What to know about your pet's anal glands.

There are so many incredible aspects of pet ownership. As our best friends and constant companions, they bring so much joy and tenderness to our day-to-day existence. Playing with them, exercising together, and getting a good daily snuggle all lend themselves to an ever-deepening attachment. In return, they depend on us to help them out in many different ways, including providing excellent nutrition, maintaining preventive care practices, and sometimes, tending to their anal glands.

I’m Sorry…What?

Your pet’s anal glands may never cause problems. In fact, you might be able to forget you know anything about them. That being said, however, this area of their body requires immediate attention if the anal glands become impacted or infected. 

Both female and male cats and dogs have two fluid-filled sacs located on the right and left sides within the wall of the anus. Anal glands produce a brownish, fish-smelling liquid that empties into the anus through a small duct. When they defecate, the fluid leaks out and helps to mark their territory. Sometimes, the liquid will be released when an animal is stressed

Scootin’ the Boot

If you’ve ever seen a cat or dog drag their bottom on the carpet or upholstery, you know it’s a rather unpleasant sight. They’re doing this to loosen up the swollen, distended anal glands that need to be released. You might also see them excessively lick or chew on the area to gain relief.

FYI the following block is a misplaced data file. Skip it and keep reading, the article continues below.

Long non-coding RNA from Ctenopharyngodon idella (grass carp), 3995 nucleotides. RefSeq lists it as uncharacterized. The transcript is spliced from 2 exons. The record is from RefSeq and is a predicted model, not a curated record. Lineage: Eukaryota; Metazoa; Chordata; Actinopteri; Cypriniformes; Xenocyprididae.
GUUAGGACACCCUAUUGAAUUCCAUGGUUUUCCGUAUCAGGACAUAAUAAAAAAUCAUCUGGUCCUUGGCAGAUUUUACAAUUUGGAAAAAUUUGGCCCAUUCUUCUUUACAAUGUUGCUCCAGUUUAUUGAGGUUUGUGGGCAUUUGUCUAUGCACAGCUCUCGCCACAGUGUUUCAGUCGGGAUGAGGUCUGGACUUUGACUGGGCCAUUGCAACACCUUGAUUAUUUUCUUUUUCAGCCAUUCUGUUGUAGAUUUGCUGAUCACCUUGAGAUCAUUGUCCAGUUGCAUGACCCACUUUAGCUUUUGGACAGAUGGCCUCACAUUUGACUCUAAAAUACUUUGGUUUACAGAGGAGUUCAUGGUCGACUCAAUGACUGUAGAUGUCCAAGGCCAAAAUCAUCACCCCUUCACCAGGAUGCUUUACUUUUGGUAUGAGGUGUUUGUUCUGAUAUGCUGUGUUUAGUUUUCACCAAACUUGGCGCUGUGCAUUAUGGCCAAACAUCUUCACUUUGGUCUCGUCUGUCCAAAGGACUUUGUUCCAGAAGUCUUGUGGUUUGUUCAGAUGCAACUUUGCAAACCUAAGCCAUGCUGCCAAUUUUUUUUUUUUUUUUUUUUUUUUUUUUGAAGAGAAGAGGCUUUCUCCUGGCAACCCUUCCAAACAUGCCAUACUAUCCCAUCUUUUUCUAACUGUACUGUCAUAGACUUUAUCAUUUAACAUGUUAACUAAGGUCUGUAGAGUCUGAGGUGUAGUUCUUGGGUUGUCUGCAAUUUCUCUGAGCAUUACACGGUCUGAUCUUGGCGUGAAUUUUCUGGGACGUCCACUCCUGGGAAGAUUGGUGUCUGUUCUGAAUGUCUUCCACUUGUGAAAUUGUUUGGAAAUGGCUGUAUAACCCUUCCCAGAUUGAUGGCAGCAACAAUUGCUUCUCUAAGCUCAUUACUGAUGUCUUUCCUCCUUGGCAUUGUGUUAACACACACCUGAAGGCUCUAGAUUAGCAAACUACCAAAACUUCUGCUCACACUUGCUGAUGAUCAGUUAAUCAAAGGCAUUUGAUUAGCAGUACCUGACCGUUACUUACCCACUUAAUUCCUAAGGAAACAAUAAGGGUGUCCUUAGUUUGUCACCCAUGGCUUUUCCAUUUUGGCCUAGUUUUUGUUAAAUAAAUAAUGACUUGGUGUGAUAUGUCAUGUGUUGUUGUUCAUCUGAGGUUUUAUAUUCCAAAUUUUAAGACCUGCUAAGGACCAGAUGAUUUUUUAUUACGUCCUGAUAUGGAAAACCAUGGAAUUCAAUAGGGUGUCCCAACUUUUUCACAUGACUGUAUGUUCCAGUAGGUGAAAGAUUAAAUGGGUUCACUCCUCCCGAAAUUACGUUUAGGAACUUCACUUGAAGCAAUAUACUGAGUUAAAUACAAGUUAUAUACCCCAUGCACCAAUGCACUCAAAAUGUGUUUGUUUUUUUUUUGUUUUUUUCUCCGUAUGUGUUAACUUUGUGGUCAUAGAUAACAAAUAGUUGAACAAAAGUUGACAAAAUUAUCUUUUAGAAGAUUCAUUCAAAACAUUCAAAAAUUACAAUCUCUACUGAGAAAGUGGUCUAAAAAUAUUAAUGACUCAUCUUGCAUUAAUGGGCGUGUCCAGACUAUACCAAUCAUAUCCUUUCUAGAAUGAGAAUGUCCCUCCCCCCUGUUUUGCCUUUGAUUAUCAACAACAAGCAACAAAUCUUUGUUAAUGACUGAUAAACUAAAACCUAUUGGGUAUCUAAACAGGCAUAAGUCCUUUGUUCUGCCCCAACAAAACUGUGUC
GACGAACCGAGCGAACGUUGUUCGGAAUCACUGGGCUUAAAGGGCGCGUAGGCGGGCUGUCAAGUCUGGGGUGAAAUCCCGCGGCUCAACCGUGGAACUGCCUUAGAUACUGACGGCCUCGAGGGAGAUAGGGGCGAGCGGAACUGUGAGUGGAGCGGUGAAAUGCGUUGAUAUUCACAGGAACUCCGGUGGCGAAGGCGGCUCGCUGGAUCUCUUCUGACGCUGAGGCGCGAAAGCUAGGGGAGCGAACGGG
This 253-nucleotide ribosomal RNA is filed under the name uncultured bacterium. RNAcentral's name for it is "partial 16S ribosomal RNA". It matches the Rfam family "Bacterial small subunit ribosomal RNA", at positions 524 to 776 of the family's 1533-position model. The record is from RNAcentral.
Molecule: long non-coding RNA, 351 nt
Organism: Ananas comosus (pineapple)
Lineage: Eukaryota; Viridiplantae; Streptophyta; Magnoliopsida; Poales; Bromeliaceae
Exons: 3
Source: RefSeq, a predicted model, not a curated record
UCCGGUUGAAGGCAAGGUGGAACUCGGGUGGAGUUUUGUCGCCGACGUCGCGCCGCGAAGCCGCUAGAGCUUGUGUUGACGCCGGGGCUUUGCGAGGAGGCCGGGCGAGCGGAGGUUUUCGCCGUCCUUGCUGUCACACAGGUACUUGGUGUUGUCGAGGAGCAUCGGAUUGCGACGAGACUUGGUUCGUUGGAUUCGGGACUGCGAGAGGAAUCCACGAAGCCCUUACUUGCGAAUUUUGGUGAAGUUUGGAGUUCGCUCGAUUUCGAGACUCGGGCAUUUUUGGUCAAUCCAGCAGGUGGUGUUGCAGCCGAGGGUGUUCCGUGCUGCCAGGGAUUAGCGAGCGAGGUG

Why It Happens

Anal glands get emptied out with a full, solid bowel movement. If a pet experiences diarrhea for any period of time, their anal glands don’t get the pressure required to release the liquid. 

Additionally, the anatomy of some animals is such that the duct leading from the gland to the anus is too small for effective release. In these cases, the glands become impacted. 

Other potential causes for problems can be related to a pet’s weight and even allergies

Bad Bacteria

Anal glands can become infected. Abscesses are not uncommon in pets with impacted anal glands. This is a very painful situation and requires quick action to empty and flush out the glands. Antibiotics and pain relief medications are important treatments. 

Preventing Problems

You can handle issues related to runny bowel movements by bulking up the diet with extra fiber. Unsweetened, canned, pureed pumpkin can help reduce runny stools, adding to firm pressure on the glands during defecation.

If we suspect allergies, we may try to re-balance their diet to reduce symptoms. 

Regular expression of your pet’s anal glands can help prevent impaction and infection. We can help you with this at your pet’s routine wellness exam, or you can ask your pet’s groomer to add it to their scope. 

The Health of Anal Glands

If you have additional questions or concerns about your pet’s anal glands, feel free to call us at (404) 633‑6163. Our veterinarians and staff members are always here for you at Clairmont Animal Hospital.